pages 4-5 

The Gallery
Contact Us
spot sampler initialized M.H.L.
21.5” H x 9” W

German, dated 1685

As a distinct and longstanding needlework tradition, European samplers functioned primarily as aides-mémoire. In addition to their utilitarian aspect, samplers also offered the potential for a visually appealing graphic statement through the imaginative arrangement of motifs and variety of stitches. Although most often produced by young girls, samplers were originally devised—and continued to be created—by adult women and even professionals.

The sophisticated combinations and juxtapositions of colors, patterns and stitches in this skillfully worked late seventeenth-century German sampler suggest the hand of an experienced embroiderer. The clearly defined rectangular fields of differing sizes are executed in polychrome silk on a canvas ground in tent, rococo, cross, long-arm cross, satin, and Algerian eye stitches. Geometric forms dominate, including squares with trompe l’œil effects in gradated shades, chevrons, zigzags, diamonds, and imbricated scales. In the lower registers, individual floral motifs and a beribboned bouquet provide a harmonious counterpoint to the strict regularity of the main composition. The bouquet comprising a range of blossoms was a favorite subject that allowed the embroiderer to demonstrate her proficiency at naturalistic representation.

Pattern books were a much used source of inspiration for embroiderers in this period, and from their first appearance in Germany in the early sixteenth century, they were a commercial success. Several of the elements in this piece—both geometric and floral—relate to designs illustrated in pattern books by Rosina Fürst, published in Nuremberg. Prior to the execution of this sampler, editions of her Modelbuch appeared in 1660, 1666, and 1676. A nearly identical sampler dated 1688, in the collection of the Victoria and Albert Museum, London (104-1880), is illustrated in Samplers, by Donald King (1960), pl. 65, and Samplers in the Victoria and Albert Museum, by Clare Brown and Jennifer Weardon (1999), pl. 39.

Provenance: Ex-collection Emma-Henriette Schiff von Suvero. Deaccessioned from the Museum für Angewandte Kunst, Vienna, in 2003.

chinoiserie border with excise stamp

English, ca. 1805

Influences, both cultural and political, on the production of English printed cottons are apparent in this exceptional glazed Chinoiserie border, probably printed at Bannister Hall. English decorative arts often catered to the demand for goods in the Chinese taste, a preference that was unabated during the seventeenth and eighteenth centuries, and, as demonstrated by this cotton, found expression into the next century as well. Appropriated motifs of pagodas, bridges and Chinese figures decorate this narrow, block-printed border intended for use in Oriental-inspired English interiors.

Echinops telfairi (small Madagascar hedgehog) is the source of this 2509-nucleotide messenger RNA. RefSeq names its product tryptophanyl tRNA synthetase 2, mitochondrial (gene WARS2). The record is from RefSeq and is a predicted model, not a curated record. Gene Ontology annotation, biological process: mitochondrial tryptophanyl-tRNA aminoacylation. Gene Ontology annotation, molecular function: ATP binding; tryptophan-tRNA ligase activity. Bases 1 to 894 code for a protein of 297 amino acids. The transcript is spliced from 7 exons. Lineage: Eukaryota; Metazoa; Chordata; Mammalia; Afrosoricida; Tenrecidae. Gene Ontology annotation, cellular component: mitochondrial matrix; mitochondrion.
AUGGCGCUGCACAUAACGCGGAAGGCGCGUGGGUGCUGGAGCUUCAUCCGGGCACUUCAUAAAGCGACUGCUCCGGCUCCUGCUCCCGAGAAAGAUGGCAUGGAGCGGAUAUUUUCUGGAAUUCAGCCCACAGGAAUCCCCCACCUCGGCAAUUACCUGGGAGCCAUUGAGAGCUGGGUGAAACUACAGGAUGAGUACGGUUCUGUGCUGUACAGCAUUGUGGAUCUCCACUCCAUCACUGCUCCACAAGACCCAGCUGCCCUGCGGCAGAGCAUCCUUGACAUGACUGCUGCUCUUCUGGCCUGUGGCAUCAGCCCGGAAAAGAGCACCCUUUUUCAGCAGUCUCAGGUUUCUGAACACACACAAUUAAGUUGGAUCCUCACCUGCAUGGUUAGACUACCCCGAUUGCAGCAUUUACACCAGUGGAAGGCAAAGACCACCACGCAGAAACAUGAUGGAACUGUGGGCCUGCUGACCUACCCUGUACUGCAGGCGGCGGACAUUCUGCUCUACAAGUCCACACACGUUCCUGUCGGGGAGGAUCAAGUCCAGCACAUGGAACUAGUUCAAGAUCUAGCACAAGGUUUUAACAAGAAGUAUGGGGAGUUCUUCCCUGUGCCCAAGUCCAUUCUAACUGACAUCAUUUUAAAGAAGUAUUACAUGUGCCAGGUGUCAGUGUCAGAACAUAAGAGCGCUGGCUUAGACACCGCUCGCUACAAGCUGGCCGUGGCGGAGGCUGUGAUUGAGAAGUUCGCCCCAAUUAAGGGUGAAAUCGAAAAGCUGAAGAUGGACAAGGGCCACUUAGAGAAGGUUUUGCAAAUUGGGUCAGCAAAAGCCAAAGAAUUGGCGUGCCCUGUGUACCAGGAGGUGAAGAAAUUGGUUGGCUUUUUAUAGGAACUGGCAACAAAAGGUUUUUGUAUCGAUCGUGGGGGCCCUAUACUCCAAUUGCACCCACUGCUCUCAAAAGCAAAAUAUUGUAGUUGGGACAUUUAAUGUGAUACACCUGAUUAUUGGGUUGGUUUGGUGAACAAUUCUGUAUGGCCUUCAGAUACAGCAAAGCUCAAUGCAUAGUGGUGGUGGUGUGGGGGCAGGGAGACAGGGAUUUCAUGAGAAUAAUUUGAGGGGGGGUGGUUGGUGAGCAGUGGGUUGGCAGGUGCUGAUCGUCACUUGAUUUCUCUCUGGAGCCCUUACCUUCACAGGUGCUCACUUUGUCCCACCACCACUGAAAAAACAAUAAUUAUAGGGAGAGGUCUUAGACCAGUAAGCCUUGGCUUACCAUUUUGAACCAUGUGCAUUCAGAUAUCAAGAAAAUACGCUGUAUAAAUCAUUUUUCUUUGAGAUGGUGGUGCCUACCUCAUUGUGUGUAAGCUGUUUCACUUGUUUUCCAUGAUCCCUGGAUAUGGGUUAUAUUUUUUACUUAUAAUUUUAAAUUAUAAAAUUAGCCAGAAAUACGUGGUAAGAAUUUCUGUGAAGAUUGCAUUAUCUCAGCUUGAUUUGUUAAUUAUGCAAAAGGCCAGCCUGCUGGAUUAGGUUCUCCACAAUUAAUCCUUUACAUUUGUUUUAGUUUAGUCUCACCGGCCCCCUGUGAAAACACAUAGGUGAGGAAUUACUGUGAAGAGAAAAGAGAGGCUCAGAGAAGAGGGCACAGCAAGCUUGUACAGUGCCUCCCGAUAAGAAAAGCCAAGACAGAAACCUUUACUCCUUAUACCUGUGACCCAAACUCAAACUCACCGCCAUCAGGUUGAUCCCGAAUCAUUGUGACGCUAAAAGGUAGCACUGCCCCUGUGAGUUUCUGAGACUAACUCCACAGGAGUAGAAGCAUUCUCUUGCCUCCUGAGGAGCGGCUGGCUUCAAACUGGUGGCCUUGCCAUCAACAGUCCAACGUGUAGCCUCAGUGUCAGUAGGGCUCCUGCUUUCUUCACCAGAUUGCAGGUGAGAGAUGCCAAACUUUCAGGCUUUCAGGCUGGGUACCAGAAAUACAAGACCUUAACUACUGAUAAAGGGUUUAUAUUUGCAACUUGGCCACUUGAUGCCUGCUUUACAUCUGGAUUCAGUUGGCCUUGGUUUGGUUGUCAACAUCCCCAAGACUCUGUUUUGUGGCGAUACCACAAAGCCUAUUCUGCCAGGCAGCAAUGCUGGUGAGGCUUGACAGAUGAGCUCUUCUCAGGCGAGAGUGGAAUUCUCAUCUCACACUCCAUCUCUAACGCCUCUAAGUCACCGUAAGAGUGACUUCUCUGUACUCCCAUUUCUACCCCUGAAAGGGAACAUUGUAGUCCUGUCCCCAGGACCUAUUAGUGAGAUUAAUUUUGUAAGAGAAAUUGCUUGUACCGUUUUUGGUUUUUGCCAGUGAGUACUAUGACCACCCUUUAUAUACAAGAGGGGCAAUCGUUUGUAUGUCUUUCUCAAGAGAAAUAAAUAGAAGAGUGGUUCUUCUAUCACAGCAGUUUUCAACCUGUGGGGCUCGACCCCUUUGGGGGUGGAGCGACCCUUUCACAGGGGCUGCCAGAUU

Beginning in 1712, England imposed an excise tax on domestically manufactured printed calicoes. It was not until over one hundred years later, in 1831, that all excise duties on printed goods were repealed. Excise stamps, used by officials when collecting duties owed, rarely survive on textiles. The markings seen on a fragment of this cotton include the charge stamp and part of the frame mark. The charge stamp, with a crown and the entwined letters GR, states that the fabric is of “British Manufactury”; the number below would have identified the officer using the stamp. This imprint was applied as proof that the required duty had been paid. Also on this piece (not shown) is a portion of the frame mark—a rectangular stamp, divided into sections, each with a numeral, letter or series of numbers. In attempts by the government to prevent forgery and fraud, dates and numbers were coded and frequently changed. Within this partial frame mark, “54” is the coded date, “M” is the index letter, and the rest is the progressive serial number that identified the length of fabric.

Border: 9” H x 64” W
Stamped Piece: 9” H x 8.25” W
(details shown)

stamp on chinoiserie border








pages 4-5

Copyright©2002-2017 Cora Ginsburg LLC. All Rights Reserved.